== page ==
Questions are being raised over the impact that Amazon’s full entry into Israel will have on the local retail market.
By David Jablinowitz, World Israel News
Amazon announced last week that it intends to officially enter the Israeli market with a dedicated shopping website. The U.S. online retailing giant reportedly sent out invitations to a number of Israeli suppliers to register to reach customers in Israel through local delivery.
The announcement came after it had seemed that Amazon was about to give up the idea.
Currently, Amazon makes deliveries to Israel through the Israeli postal system, mainly from the U.S. and Europe. The system has been fraught with long delays and high shipping costs.
Now, questions are being raised over the impact that Amazon’s full entry into Israel will have on the local retail market. Observers acknowledge a benefit to consumers through the nearly direct contact with the manufacturer that is enabled by using Amazon.
But what about the Israeli economy? Will Amazon cause the demise of Israeli businesses?
The Israeli business news service Globes ran a headline that “Amazon jeopardizes Israel’s stores and malls.”
It notes that Israeli companies, which have been selling their products through chain store outlets, could now avail themselves of the Amazon platform, still using these chains but also competing against them through Amazon.
However, other experts counter that it’s too early to predict any dramatic impact. Sometimes it just doesn’t work, they say. It can be a matter of the tastes of the Israeli consumers or their shopping habits that do not suit this new style of doing business.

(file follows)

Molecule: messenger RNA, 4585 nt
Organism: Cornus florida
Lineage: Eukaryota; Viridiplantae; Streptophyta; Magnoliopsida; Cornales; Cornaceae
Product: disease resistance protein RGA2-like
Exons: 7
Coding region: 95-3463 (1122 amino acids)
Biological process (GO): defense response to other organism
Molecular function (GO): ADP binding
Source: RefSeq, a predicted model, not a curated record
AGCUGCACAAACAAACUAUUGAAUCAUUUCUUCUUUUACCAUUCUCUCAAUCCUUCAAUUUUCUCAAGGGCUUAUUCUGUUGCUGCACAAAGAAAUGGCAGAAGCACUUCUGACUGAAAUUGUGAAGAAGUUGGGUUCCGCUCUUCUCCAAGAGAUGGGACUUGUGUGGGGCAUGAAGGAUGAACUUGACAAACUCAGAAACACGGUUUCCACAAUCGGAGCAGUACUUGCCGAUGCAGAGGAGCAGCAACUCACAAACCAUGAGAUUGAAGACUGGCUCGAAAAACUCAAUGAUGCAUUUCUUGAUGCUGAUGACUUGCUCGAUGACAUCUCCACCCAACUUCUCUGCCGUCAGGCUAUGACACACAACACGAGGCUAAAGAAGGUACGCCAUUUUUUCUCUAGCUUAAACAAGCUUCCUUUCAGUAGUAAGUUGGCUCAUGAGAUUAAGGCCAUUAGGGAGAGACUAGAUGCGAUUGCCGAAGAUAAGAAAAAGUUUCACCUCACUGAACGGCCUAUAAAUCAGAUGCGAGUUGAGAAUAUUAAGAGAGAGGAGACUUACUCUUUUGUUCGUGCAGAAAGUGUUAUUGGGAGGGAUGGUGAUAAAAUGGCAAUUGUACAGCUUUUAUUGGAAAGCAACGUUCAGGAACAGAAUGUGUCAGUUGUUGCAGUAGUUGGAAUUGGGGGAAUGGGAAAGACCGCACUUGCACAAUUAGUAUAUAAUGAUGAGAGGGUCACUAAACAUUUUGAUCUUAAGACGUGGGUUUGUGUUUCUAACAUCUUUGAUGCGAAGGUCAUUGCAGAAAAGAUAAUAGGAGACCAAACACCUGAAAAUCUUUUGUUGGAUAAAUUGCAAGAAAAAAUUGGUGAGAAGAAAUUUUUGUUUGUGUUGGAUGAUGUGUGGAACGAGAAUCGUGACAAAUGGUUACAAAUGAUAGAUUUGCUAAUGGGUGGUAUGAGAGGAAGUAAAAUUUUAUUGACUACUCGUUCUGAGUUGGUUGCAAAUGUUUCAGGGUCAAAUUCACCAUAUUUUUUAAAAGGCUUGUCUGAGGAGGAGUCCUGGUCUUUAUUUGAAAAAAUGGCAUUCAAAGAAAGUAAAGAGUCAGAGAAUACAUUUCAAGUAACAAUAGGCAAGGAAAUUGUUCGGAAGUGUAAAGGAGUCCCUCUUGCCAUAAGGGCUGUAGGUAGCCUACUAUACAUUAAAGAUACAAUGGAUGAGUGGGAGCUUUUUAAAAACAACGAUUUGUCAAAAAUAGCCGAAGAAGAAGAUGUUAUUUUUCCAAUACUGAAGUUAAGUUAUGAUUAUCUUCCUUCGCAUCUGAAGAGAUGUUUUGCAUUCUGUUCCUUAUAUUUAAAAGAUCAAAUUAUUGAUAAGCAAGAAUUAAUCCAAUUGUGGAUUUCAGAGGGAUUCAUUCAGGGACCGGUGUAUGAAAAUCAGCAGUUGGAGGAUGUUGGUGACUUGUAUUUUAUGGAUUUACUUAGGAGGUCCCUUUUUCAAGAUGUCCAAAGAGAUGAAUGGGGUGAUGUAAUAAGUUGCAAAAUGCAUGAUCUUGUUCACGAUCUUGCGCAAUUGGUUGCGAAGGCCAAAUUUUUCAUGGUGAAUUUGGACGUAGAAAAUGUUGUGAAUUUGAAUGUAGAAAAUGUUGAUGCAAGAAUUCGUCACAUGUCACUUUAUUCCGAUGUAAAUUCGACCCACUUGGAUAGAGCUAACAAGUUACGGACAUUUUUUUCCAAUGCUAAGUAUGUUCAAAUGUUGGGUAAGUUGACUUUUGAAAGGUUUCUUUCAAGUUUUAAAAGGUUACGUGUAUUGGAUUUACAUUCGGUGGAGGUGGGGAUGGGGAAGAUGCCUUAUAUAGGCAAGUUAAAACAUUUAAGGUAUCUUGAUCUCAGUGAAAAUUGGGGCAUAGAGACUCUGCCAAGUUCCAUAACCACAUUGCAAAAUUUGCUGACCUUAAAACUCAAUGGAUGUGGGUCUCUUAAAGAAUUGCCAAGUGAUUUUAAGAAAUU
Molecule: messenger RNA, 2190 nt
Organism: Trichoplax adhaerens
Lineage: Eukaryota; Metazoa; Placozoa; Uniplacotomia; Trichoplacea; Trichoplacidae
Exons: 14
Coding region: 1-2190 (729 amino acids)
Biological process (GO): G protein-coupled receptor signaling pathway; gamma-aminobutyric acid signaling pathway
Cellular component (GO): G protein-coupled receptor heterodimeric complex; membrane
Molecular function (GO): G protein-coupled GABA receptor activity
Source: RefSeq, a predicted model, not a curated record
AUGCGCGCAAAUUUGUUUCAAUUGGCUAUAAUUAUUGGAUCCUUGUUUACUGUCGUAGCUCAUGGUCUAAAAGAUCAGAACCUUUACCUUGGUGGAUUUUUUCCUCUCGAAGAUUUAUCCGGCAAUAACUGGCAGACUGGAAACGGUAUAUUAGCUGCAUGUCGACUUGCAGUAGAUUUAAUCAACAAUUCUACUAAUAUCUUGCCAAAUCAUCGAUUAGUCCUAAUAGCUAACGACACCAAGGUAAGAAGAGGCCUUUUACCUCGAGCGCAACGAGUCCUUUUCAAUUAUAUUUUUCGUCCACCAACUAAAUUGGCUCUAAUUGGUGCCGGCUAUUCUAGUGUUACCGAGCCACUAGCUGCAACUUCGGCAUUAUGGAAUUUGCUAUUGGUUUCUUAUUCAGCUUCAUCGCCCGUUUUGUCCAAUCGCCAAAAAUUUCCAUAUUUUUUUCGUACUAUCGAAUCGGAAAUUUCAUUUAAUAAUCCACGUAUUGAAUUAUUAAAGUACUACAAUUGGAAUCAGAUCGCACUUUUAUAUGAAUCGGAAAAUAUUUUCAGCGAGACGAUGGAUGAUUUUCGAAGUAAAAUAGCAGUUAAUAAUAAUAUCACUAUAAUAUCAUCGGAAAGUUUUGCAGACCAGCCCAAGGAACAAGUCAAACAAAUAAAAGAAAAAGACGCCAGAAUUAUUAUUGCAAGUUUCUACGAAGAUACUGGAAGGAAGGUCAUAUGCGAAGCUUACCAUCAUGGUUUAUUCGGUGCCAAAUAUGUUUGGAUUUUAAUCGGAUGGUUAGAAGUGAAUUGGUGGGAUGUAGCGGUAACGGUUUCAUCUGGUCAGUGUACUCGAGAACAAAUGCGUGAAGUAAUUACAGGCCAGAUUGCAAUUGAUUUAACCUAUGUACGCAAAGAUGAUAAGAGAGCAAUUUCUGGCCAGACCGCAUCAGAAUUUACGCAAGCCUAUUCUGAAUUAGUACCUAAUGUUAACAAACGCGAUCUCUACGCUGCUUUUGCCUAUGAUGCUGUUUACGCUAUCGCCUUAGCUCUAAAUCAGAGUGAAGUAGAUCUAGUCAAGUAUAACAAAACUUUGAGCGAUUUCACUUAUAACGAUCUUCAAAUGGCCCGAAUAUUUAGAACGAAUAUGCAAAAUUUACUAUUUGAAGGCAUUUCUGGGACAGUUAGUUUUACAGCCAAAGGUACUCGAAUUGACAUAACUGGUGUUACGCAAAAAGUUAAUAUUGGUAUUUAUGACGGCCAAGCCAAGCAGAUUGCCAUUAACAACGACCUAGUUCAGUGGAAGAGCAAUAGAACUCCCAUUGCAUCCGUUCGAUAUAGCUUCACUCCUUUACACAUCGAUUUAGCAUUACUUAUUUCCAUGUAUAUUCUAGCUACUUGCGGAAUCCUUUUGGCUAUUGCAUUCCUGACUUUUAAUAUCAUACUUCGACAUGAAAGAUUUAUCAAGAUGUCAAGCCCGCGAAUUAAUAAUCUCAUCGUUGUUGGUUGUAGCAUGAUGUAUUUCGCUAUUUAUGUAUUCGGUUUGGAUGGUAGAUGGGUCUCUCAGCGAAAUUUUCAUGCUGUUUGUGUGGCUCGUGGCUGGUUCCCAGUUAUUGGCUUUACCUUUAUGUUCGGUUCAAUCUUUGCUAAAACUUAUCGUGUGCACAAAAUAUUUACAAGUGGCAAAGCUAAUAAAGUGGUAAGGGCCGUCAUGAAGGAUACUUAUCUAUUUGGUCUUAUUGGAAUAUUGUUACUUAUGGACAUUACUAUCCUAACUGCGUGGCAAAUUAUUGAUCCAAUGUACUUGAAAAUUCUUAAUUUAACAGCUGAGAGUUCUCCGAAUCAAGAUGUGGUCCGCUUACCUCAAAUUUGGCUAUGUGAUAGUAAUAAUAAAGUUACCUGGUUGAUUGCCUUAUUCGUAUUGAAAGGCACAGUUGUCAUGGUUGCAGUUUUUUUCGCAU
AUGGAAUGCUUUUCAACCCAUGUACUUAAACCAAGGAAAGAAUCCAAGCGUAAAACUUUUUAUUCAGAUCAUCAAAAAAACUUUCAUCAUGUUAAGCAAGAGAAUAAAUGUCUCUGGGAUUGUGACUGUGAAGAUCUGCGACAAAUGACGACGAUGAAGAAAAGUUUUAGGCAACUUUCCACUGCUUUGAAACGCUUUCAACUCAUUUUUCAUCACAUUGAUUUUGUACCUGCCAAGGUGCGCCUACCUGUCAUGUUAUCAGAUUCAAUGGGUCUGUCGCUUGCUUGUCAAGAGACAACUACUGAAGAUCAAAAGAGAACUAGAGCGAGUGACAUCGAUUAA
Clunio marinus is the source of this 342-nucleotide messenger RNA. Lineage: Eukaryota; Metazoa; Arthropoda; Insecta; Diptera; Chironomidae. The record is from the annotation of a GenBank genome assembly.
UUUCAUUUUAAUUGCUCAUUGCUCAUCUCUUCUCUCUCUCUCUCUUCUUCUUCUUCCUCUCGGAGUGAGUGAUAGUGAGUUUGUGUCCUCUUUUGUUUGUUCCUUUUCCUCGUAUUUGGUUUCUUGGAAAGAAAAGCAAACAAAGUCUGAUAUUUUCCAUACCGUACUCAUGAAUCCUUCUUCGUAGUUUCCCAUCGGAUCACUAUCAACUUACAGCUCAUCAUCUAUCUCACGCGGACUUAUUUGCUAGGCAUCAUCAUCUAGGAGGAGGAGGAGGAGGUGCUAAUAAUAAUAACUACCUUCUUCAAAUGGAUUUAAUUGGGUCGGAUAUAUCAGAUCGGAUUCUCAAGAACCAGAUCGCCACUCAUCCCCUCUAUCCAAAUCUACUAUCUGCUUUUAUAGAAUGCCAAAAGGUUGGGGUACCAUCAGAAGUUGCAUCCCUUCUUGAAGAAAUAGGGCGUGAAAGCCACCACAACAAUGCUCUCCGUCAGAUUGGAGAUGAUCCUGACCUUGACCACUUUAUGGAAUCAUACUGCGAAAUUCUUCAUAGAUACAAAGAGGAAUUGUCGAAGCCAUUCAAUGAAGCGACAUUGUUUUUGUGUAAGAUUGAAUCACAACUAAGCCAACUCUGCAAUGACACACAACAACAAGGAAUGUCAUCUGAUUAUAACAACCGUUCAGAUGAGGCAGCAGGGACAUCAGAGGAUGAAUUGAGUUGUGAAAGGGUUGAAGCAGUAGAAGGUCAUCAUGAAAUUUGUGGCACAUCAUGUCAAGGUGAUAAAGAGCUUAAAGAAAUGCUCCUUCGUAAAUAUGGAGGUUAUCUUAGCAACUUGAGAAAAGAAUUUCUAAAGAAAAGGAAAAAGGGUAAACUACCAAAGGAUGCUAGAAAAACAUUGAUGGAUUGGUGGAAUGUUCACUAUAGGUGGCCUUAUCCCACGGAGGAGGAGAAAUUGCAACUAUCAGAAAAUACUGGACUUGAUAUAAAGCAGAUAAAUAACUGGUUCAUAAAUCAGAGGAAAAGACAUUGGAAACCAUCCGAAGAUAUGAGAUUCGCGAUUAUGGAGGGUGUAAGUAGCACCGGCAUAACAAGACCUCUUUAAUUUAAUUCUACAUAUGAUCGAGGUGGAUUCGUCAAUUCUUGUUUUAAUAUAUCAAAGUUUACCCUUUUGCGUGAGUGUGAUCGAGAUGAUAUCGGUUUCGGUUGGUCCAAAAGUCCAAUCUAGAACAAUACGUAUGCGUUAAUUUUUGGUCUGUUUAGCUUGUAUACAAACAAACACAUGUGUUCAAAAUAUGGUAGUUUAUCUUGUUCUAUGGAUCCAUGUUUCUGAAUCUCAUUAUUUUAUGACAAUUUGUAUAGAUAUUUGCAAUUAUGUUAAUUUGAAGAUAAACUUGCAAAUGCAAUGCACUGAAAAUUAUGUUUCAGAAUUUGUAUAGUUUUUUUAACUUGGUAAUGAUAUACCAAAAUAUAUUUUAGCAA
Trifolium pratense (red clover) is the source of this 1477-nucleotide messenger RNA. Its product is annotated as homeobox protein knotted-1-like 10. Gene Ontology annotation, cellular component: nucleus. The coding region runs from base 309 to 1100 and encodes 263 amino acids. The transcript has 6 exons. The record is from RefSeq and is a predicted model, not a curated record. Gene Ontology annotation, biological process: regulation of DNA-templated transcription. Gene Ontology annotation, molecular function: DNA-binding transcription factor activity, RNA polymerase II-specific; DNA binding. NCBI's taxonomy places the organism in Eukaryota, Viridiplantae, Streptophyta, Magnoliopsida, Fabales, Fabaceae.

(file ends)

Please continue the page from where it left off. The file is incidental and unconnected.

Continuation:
Sometimes, giant U.S. business entities stepping foot in Israel ultimately decide that it’s not worth their while to do it, perhaps because the market is so small.
In an opinion piece published in the Israeli daily Haaretz, journalist Sami Peretz notes that in 2001, Citigroup, then the biggest financial services provider in the world, planned to offer retail banking in Israel, setting its sights on “capturing 15% to 20% of the local market.”
However, Peretz writes, Citigroup ultimately “reached the conclusion that retail banking in Israel simply wasn’t interesting. The market was too small, the existing players too deeply rooted in the local economy, and it made no sense to engage in a price war with them.”
The economic policy of Prime Minister, and former Finance Minister, Benjamin Netanyahu has been to promote an open economy, encouraging the entry of new players into the market to stimulate competition and better business practices. At the same time, maintaining the financial well-being of Israelis also means looking out for the medium-sized and small businesses to ensure that they are not swallowed up.
It is a balancing act, and Amazon has just stepped foot on the Israeli tightrope.